Until March 2023 it was agreed that there were up to 51 billion microplastic particles in the sea (Marcus Eriksen et al 2014). Alarmingly, Marcus Eriksen, Patricia Villarrubia-Gómez et al’s updated paper now quantifies the microplastics on the ocean’s surface at an astonishing 170 trillion particles.
Plastic pollution does not end when it reaches the Ocean: it can travel up the food chain through a process known as bioaccumulation. When plastic waste enters the environment, it can break down into smaller particles called microplastics, which are less than 5 millimeters in size. These microplastics can be mistaken for food by small organisms like plankton, which are then eaten by larger organisms like fish. When humans consume seafood contaminated with plastic particles, they can also be exposed to the harmful chemicals that are associated with plastic pollution, such as bisphenol A (BPA) and phthalates. These chemicals have been linked to a range of health problems, including cancer, reproductive issues, and developmental disorders.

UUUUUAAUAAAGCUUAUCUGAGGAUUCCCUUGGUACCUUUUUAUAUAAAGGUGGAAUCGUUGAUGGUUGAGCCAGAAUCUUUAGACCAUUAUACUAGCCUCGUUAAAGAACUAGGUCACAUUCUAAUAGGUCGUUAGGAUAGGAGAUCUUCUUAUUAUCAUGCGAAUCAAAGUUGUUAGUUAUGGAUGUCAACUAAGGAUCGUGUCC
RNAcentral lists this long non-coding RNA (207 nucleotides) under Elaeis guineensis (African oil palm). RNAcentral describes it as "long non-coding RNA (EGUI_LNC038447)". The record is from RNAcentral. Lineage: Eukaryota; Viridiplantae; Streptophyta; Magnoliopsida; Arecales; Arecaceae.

Plastic pollution also affects wildlife, with reports of plastic debris found in the stomachs of more than 700 species, including sea turtles, whales, and birds.
Overall, plastic pollution harms both the environment and human health, highlighting the importance of reducing plastic waste and promoting biodegradable or (even better) circular alternatives.
With this grant we continue to ensure that a researcher investigating the social-ecological impacts of plastics pollution, Patricia Villarrubia-Gómez, continues to build on her work at the negotiations of the first-ever Plastics Treaty in Uruguay (INC-1, 2022) by attending the second round of negotiations in Paris (INC-2, 2023). This is part of Ocean Born Foundation’s larger commitment to ensure that science has a seat at the table for this potentially-paradigm-shifting piece of legislation.